Medicine is a constantly developing industry — just ask 2022 Academy President Robert E. Wiggins Jr., MD, MPH.
When his practice was acquired in the 1990s, Dr. Wiggins returned to school and obtained a masters degree in health care administration, turning Asheville Eye Associates into one of the premier eye care centers in the nation.
Now leading the Academy’s community of 32,000 ophthalmologists, he faces an especially exciting set of new challenges: keeping members up to date on new trends and governmental regulations, advocating for fair physician reimbursement, and educating membership and the entire eye care team about changes in the structure of health care delivery.
YO Info sat down with Dr. Wiggins to get his take on what matters for YOs — everything from practice management and the pandemic to going lean and advocating for your profession.
What should YOs be on the lookout for in 2022?
Dr. Wiggins: The good news for young ophthalmologists is that the demand for ophthalmic services is and will continue to be high due to an aging population and the diseases that increase in prevalence with this age group. The future is also exciting in that we are part of a field known for technological advances. I’ve seen many such advances over the course of my career that have improved our ability to diagnose and treat ocular disease and am optimistic that new technology will dramatically enhance the care we provide our patients.
One of the biggest trends impacting YOs is the acquisition of private practices by private equity over the past few years. There are pros and cons to these arrangements that need to be explored by the young ophthalmologist.
Do you see specific challenges for YOs in 2022 relevant to practice management?
Dr. Wiggins: Given the changes in practice ownership discussed above, it’s incumbent on YOs to be familiar with the changing structure of ophthalmic practice and the questions they should ask when seeking employment. What will the future look like beyond the first few years of employment? Like all of us, YOs will be working in an environment of physician reimbursement that has declined over time.
What has COVID-19 taught us about how ophthalmologists can manage their practices?
Dr. Wiggins: COVID-19 has taught us that ophthalmologists are resilient! We have adapted our practices to a challenging environment in order to maintain patient flow while keeping our patients and staff safe. We got our feet wet with telemedicine, and although that has diminished since offices reopened, we know telemedicine will have a greater role in our future. We learned how to keep our patients safe with social distancing in the office, how to use our parking lots as an extension of the waiting room, how to improve our history intake before the exam, and how to minimize patient time in the office. We also learned about the use of protective shields at the slit lamp, which should provide protection from respiratory illness of all types once the pandemic is over. Finally, we learned about how to better manage our stress whether related to the pandemic or not.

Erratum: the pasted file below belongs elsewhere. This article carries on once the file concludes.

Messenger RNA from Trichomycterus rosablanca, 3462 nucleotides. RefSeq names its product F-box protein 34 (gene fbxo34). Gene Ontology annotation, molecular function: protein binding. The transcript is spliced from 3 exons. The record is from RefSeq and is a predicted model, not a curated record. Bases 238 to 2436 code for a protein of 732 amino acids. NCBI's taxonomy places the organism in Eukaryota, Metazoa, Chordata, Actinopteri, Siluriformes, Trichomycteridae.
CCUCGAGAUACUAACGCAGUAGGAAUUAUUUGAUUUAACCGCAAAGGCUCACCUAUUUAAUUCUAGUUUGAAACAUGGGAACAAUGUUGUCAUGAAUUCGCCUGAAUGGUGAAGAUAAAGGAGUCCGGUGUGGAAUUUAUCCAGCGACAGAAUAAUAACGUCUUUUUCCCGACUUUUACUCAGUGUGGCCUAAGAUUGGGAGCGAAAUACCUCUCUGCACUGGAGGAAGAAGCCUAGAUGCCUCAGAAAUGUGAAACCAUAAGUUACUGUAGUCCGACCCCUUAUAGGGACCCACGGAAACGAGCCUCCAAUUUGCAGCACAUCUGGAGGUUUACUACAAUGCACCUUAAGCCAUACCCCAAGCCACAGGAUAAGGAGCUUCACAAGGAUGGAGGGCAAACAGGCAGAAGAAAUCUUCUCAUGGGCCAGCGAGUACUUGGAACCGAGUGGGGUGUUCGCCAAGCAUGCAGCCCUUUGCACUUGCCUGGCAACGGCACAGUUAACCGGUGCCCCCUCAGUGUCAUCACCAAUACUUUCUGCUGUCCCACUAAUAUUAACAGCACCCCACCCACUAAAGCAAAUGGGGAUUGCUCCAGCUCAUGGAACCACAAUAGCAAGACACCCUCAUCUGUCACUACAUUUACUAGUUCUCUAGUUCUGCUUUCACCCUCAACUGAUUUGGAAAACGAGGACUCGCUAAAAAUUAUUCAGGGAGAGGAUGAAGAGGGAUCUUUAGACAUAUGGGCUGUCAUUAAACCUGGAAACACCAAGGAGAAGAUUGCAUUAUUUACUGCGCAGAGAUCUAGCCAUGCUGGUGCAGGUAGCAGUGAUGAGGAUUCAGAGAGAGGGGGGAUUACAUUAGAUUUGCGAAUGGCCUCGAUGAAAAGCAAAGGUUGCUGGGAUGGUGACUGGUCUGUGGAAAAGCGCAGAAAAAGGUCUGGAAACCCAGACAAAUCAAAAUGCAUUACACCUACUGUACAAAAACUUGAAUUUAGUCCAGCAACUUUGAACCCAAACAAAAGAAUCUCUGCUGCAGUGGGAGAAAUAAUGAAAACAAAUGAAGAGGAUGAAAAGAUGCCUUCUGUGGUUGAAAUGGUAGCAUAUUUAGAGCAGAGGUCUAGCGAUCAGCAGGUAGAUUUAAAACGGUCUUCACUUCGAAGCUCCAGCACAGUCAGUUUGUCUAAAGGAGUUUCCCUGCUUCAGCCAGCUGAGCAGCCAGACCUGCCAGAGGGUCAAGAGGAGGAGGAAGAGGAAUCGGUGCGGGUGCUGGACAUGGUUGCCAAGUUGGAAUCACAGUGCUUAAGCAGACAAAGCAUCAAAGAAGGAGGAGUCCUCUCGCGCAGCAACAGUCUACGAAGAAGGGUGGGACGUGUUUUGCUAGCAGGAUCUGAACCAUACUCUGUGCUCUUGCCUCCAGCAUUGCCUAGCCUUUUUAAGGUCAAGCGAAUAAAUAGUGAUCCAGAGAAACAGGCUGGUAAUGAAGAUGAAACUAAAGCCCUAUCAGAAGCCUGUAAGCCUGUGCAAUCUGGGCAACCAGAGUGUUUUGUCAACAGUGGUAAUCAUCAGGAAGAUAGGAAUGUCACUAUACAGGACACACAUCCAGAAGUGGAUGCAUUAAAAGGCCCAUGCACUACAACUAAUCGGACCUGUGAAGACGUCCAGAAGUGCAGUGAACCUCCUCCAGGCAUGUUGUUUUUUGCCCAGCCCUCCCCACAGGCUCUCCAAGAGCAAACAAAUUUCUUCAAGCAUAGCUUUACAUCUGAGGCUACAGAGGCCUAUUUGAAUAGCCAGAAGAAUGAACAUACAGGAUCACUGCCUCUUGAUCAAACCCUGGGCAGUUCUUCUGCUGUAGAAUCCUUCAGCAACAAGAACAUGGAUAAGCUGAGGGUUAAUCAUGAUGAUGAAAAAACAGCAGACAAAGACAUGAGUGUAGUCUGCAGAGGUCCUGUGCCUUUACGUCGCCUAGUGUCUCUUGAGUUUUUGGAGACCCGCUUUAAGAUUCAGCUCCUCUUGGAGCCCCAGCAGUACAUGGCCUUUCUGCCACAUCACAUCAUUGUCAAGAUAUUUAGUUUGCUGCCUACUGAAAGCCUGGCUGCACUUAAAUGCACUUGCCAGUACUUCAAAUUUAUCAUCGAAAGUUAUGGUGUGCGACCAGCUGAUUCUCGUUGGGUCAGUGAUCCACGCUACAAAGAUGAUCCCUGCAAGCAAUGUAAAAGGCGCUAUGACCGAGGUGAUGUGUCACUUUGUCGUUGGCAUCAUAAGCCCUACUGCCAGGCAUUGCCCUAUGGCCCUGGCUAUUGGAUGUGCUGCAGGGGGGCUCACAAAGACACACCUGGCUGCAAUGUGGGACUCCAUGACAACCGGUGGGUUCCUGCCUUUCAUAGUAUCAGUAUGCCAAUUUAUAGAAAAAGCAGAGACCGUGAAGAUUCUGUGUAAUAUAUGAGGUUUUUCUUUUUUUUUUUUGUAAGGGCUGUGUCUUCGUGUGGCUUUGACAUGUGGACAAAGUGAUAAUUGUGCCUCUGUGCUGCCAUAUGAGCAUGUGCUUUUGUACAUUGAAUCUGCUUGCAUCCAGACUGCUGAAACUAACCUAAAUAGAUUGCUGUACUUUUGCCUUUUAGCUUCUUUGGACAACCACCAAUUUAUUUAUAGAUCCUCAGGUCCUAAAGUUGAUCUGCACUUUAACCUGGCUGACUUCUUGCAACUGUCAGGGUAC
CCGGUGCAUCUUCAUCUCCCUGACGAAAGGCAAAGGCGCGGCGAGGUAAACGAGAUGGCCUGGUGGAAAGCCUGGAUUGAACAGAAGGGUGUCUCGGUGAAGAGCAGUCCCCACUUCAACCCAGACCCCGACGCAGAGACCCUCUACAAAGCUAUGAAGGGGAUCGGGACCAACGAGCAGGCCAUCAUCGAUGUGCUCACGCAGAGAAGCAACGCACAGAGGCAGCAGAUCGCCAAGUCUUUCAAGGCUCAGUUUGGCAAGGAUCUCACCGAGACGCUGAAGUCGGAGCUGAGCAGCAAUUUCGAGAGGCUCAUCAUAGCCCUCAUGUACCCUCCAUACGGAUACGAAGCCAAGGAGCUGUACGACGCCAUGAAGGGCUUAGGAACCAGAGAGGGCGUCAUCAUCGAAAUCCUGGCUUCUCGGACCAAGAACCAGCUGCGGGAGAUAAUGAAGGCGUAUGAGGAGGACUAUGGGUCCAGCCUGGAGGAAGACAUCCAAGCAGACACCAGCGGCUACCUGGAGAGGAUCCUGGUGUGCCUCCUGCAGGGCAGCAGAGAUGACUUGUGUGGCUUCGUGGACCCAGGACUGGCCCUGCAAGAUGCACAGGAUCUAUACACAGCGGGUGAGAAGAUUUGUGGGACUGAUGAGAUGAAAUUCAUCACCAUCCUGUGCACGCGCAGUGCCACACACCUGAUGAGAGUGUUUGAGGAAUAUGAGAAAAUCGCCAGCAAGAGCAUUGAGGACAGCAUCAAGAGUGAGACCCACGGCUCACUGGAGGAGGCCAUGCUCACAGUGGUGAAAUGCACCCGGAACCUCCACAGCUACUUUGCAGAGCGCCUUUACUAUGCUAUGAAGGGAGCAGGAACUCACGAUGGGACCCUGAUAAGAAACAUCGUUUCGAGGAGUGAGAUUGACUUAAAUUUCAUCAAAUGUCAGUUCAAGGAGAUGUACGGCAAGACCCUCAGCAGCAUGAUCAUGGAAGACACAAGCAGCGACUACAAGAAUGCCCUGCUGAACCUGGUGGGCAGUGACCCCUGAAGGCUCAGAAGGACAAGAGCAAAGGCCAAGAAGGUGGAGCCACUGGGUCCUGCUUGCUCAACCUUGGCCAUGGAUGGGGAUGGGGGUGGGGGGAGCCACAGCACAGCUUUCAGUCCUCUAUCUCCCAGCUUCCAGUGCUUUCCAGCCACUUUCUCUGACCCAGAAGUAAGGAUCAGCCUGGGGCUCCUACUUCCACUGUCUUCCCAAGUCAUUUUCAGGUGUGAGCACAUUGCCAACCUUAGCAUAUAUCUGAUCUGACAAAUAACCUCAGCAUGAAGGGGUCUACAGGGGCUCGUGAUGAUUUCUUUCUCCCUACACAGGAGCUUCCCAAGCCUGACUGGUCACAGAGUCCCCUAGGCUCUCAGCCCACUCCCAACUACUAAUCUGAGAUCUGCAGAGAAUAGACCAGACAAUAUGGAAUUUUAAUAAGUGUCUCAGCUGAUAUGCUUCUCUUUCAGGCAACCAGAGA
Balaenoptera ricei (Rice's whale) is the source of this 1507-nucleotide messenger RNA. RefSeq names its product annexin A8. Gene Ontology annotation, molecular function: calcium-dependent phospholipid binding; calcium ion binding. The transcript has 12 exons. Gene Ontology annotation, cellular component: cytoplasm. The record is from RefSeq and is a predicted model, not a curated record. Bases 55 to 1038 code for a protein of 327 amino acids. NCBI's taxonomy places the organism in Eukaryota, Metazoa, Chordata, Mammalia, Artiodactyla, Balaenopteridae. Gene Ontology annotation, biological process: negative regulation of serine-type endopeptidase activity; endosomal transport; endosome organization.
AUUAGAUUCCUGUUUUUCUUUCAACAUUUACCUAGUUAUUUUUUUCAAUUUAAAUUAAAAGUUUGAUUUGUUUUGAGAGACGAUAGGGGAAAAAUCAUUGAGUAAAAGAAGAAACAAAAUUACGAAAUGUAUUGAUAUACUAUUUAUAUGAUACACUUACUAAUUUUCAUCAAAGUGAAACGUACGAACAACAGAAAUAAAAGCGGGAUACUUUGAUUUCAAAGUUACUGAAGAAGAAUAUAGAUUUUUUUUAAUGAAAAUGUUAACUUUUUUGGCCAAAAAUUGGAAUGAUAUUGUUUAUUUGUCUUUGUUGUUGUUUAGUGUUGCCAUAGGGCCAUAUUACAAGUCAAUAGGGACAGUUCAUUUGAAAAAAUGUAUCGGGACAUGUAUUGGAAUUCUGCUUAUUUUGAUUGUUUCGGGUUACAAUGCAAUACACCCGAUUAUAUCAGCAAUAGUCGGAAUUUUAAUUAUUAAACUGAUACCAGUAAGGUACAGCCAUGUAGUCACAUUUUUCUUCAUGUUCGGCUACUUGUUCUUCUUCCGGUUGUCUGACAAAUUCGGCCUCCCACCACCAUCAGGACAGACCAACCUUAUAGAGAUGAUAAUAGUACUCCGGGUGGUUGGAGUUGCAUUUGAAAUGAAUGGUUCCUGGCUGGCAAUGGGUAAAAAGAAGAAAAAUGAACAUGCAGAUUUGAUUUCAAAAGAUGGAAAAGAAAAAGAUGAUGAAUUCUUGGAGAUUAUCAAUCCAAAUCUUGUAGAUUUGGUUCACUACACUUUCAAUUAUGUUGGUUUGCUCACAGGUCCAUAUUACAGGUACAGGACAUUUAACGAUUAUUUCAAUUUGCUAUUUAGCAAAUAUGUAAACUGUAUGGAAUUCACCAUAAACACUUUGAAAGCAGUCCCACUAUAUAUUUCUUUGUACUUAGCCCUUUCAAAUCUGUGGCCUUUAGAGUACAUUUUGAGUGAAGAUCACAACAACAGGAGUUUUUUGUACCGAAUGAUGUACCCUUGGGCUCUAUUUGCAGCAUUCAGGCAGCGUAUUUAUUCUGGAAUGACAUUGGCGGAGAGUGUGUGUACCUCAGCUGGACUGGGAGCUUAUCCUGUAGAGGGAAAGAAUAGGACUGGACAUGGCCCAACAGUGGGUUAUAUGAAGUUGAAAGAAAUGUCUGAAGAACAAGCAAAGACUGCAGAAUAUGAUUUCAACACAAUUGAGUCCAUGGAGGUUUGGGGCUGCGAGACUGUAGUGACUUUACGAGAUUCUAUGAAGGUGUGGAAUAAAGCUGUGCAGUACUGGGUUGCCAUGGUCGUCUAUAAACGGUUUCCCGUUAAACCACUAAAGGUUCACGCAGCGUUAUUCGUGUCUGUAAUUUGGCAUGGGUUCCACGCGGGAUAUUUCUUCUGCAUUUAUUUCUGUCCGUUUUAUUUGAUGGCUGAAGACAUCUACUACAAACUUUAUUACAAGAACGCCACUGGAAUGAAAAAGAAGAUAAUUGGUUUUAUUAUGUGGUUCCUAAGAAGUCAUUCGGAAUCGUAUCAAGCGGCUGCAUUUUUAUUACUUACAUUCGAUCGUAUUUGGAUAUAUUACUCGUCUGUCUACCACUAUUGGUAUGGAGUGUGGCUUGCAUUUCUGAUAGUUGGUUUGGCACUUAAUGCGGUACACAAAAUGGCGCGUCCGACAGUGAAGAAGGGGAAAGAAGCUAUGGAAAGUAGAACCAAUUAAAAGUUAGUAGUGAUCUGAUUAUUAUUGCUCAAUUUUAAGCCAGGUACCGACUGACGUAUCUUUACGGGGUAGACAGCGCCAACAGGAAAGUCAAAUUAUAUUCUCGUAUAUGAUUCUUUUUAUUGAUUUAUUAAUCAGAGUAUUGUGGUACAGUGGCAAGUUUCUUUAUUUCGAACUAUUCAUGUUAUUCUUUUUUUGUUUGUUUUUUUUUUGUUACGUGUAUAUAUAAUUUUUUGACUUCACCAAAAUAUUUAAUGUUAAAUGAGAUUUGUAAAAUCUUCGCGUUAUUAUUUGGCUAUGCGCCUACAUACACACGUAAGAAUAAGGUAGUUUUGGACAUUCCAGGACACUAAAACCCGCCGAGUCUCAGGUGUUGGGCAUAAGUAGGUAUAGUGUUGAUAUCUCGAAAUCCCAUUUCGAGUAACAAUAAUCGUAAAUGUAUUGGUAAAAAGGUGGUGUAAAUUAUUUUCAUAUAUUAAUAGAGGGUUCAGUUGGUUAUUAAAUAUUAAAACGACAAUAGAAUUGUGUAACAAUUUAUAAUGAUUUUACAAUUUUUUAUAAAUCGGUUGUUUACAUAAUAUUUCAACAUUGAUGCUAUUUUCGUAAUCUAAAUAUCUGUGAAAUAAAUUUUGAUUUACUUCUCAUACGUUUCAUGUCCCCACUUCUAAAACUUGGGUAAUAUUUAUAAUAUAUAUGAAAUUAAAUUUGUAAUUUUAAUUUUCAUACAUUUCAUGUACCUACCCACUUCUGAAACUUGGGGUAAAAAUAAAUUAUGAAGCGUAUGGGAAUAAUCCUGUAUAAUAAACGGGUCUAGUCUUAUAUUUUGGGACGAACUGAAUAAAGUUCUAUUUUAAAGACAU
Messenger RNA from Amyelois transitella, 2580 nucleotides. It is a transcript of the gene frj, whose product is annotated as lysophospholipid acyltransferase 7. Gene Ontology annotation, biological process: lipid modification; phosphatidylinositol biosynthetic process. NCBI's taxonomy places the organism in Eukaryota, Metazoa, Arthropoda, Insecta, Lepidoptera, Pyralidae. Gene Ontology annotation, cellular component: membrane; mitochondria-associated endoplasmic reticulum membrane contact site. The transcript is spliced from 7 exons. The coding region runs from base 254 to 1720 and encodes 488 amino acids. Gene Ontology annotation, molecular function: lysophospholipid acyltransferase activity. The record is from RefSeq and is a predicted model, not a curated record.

How can the American Academy of Ophthalmic Executives® (AAOE®) be useful for YOs?
Dr. Wiggins: The AAOE provides a number of resources for YOs and all ophthalmologists. For YOs especially, there are live and on-demand lectures at the annual meeting that apply specifically to the early years of practice—for example, how to negotiate your contracts and how to identify the pros and cons of private equity. There are also AAOE webinars covering the CMS payment systems, the Merit-Based Incentive Payment System (MIPS) and Alternative Payment Models (APMs), and how to code properly in order to make sure the value of the work performed is captured for proper reimbursement.
AAOE and the YO Committee are jointly sponsoring an upcoming webinar on Fundamentals of Ophthalmic Coding Course on Saturday, Feb. 26 specifically for YOs. On the expense side, there are tips on how to be more productive in the practice by reducing waste. Participating AAOE members also have access to financial benchmarking data.
What can we learn about making practices leaner?
Dr. Wiggins: Lean is about reducing waste. Waste is a part of most any process, and health care is no exception. There are many, many processes within an ophthalmology practice, all of which are candidates for evaluation and rework to wring out the waste and improve efficiency. By learning about the eight types of waste — motion, transportation, inventory, waiting, defect, overprocessing, overproduction, human talent — YOs will begin to see it all around them, and once waste is recognized, efforts can be made to eliminate it. YOs really are at a point in their careers to benefit the most by reworking processes to make them more efficient and have a full career ahead to benefit from change.
Do you have any goals with respect to advocacy in 2022?
Dr. Wiggins: We have many advocacy-related goals that remain the same from year to year, including advocating for fair reimbursement and making sure that ophthalmologists and other surgical specialists are treated fairly in the future. We will continue to advocate to reduce red tape in areas such as prior authorization and to promote our patients’ eye health and safety on a national and statewide basis. There is always much work to be done. Everyone needs to be involved in these efforts — get to know and support your state and federal legislators today!